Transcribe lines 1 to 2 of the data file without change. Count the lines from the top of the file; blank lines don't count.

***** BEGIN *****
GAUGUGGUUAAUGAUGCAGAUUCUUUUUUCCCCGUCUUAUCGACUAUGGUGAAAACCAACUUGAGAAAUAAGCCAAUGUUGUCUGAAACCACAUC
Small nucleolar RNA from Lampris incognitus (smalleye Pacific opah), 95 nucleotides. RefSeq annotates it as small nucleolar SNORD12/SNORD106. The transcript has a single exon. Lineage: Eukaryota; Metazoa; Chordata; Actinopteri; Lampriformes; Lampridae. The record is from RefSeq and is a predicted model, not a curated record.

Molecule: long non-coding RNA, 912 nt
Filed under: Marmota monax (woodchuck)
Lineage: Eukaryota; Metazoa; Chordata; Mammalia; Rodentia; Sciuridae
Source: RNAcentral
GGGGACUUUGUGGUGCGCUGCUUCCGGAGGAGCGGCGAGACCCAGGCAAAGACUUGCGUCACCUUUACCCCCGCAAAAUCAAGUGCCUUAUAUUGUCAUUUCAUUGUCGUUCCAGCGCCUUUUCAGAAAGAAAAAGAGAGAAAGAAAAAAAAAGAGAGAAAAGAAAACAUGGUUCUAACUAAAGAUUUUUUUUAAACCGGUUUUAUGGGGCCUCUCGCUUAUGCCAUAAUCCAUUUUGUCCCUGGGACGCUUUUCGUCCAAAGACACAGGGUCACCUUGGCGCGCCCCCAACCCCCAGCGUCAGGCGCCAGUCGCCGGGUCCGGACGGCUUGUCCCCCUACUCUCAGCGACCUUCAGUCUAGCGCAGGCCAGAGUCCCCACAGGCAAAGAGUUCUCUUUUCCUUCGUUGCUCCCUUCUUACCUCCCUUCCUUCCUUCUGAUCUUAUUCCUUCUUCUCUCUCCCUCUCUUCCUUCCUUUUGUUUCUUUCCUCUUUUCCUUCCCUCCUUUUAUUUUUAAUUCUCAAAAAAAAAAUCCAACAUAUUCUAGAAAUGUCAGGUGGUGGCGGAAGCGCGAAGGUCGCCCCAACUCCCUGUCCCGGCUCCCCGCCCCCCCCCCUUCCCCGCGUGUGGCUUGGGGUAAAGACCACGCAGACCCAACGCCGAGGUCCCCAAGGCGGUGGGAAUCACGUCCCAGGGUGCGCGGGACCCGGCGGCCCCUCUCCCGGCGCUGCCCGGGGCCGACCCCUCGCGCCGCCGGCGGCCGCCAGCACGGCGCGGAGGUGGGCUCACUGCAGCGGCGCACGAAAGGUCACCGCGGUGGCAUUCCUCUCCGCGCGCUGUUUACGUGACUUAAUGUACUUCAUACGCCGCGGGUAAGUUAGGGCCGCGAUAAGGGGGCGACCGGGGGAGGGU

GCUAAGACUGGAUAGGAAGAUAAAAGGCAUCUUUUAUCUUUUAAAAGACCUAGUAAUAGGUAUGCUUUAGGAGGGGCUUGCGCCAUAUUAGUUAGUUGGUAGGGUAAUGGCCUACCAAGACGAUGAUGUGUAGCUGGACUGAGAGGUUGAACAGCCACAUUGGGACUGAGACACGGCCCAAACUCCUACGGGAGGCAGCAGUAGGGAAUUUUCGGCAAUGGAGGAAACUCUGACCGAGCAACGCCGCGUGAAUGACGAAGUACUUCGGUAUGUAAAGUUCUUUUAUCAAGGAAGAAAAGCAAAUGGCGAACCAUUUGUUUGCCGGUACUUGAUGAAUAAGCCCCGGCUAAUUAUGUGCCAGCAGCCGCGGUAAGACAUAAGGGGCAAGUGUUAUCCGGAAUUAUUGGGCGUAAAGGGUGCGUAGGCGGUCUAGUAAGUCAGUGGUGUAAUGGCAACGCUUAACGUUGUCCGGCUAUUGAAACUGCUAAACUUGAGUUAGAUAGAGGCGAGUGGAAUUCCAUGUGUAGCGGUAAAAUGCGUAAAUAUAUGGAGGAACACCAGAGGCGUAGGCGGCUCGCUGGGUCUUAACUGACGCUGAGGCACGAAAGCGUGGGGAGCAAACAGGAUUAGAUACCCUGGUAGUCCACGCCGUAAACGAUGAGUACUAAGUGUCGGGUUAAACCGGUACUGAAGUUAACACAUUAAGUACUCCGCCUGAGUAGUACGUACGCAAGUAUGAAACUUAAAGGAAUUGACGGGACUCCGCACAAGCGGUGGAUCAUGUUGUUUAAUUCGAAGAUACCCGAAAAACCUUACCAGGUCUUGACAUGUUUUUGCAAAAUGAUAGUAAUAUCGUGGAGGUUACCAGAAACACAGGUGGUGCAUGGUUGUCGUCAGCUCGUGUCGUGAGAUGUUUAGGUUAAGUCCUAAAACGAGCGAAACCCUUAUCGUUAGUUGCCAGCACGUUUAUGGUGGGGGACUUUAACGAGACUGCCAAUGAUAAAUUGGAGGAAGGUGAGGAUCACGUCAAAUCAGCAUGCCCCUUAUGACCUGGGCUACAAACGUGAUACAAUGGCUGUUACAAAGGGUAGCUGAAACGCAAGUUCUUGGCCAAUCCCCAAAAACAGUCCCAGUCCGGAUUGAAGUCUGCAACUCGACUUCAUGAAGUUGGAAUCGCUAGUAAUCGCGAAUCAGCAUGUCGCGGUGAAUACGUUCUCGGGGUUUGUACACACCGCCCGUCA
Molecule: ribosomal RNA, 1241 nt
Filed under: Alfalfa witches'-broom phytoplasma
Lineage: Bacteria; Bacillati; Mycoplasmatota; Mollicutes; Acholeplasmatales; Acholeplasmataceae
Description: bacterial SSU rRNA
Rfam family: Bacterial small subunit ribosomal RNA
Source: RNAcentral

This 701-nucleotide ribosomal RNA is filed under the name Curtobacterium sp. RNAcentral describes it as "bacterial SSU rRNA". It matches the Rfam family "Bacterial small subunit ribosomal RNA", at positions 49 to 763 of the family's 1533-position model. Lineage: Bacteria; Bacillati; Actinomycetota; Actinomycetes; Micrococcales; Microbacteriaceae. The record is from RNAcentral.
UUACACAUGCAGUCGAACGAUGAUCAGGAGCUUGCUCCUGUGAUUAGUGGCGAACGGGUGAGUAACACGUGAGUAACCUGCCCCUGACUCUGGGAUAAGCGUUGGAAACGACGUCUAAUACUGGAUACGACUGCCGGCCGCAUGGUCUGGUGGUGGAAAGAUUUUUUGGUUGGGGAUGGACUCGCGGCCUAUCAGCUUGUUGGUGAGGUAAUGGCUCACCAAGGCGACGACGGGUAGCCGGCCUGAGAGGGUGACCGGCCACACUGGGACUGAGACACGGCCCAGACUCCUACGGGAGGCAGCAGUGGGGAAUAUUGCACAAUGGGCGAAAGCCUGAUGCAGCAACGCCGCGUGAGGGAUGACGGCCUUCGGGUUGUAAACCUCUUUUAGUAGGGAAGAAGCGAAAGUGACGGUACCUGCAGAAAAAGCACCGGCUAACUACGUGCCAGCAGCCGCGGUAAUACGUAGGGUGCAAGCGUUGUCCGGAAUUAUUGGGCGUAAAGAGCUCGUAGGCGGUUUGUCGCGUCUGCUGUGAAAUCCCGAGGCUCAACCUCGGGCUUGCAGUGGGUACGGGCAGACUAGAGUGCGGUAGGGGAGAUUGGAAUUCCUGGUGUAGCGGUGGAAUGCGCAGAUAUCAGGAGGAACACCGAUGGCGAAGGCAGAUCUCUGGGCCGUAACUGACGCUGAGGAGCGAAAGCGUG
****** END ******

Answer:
GAUGUGGUUAAUGAUGCAGAUUCUUUUUUCCCCGUCUUAUCGACUAUGGUGAAAACCAACUUGAGAAAUAAGCCAAUGUUGUCUGAAACCACAUC
Small nucleolar RNA from Lampris incognitus (smalleye Pacific opah), 95 nucleotides. RefSeq annotates it as small nucleolar SNORD12/SNORD106. The transcript has a single exon. Lineage: Eukaryota; Metazoa; Chordata; Actinopteri; Lampriformes; Lampridae. The record is from RefSeq and is a predicted model, not a curated record.